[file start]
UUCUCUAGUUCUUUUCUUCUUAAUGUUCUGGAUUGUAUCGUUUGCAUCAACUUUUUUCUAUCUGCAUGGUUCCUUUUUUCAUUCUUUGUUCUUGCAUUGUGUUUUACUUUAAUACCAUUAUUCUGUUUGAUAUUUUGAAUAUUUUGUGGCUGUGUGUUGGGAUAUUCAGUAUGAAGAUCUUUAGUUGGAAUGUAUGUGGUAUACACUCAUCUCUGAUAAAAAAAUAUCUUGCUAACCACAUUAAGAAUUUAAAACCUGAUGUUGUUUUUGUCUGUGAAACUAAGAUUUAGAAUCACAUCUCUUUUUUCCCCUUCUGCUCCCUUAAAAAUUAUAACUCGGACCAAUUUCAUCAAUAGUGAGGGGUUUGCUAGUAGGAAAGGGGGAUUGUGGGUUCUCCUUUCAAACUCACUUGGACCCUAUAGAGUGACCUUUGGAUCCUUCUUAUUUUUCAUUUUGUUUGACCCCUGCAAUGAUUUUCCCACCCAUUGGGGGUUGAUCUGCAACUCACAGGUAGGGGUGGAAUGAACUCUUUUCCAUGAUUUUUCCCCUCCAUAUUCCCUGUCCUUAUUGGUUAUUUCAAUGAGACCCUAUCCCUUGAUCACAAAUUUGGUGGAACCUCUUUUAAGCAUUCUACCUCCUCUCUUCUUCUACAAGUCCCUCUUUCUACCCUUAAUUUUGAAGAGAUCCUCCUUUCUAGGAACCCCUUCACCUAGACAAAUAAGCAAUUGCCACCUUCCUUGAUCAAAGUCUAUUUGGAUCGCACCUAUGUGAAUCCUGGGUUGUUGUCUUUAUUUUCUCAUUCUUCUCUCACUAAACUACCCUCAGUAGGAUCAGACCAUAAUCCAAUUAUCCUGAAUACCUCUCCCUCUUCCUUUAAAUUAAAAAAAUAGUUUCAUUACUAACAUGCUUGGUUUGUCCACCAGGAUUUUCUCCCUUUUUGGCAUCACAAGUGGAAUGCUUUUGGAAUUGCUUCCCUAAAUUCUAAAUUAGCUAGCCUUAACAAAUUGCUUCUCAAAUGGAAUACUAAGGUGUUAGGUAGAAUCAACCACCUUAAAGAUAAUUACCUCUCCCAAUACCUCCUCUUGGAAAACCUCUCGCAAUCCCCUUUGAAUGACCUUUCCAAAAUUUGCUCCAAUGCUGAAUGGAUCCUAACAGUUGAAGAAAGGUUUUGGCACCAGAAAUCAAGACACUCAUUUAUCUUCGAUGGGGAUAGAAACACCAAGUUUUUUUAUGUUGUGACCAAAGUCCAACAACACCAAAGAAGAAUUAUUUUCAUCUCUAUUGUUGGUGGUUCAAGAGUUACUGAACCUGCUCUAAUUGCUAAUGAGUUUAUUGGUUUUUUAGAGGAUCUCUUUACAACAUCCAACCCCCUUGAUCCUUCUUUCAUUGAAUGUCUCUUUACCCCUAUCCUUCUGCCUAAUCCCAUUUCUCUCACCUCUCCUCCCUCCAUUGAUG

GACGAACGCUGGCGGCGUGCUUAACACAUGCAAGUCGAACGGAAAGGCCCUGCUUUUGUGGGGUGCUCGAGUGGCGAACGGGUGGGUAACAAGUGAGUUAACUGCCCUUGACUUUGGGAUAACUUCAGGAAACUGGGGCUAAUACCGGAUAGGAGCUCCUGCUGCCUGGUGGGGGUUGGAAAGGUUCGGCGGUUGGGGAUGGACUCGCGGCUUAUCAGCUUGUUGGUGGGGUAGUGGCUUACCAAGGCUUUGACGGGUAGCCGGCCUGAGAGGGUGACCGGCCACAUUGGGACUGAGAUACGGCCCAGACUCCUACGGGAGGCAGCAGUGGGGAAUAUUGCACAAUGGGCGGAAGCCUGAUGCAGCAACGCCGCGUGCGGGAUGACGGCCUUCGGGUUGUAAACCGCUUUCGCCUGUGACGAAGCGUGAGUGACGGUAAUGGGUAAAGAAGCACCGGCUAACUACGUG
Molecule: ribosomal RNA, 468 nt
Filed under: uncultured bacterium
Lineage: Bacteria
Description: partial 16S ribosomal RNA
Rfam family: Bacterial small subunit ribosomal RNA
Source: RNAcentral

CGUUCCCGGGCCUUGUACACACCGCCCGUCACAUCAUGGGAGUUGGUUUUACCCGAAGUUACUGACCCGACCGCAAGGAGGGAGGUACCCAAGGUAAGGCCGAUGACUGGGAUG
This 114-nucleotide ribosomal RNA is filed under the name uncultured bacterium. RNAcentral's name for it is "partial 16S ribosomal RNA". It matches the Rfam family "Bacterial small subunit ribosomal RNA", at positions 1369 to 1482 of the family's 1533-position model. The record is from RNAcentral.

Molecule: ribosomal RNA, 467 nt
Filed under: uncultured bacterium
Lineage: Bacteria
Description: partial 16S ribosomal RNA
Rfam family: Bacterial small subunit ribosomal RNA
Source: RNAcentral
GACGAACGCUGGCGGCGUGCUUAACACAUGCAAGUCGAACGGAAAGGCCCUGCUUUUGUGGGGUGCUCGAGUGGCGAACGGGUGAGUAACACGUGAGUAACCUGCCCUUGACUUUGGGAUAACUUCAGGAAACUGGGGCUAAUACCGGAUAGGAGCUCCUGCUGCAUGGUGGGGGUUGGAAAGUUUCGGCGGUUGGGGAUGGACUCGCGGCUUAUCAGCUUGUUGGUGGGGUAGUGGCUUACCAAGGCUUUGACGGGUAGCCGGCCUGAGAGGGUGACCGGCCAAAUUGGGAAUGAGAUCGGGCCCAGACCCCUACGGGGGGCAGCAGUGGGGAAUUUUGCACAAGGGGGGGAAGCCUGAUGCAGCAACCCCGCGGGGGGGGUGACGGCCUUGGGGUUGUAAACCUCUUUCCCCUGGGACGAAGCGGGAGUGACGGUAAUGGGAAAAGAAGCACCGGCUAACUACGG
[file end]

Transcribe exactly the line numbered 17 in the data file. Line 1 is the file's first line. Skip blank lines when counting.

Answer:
GACGAACGCUGGCGGCGUGCUUAACACAUGCAAGUCGAACGGAAAGGCCCUGCUUUUGUGGGGUGCUCGAGUGGCGAACGGGUGAGUAACACGUGAGUAACCUGCCCUUGACUUUGGGAUAACUUCAGGAAACUGGGGCUAAUACCGGAUAGGAGCUCCUGCUGCAUGGUGGGGGUUGGAAAGUUUCGGCGGUUGGGGAUGGACUCGCGGCUUAUCAGCUUGUUGGUGGGGUAGUGGCUUACCAAGGCUUUGACGGGUAGCCGGCCUGAGAGGGUGACCGGCCAAAUUGGGAAUGAGAUCGGGCCCAGACCCCUACGGGGGGCAGCAGUGGGGAAUUUUGCACAAGGGGGGGAAGCCUGAUGCAGCAACCCCGCGGGGGGGGUGACGGCCUUGGGGUUGUAAACCUCUUUCCCCUGGGACGAAGCGGGAGUGACGGUAAUGGGAAAAGAAGCACCGGCUAACUACGG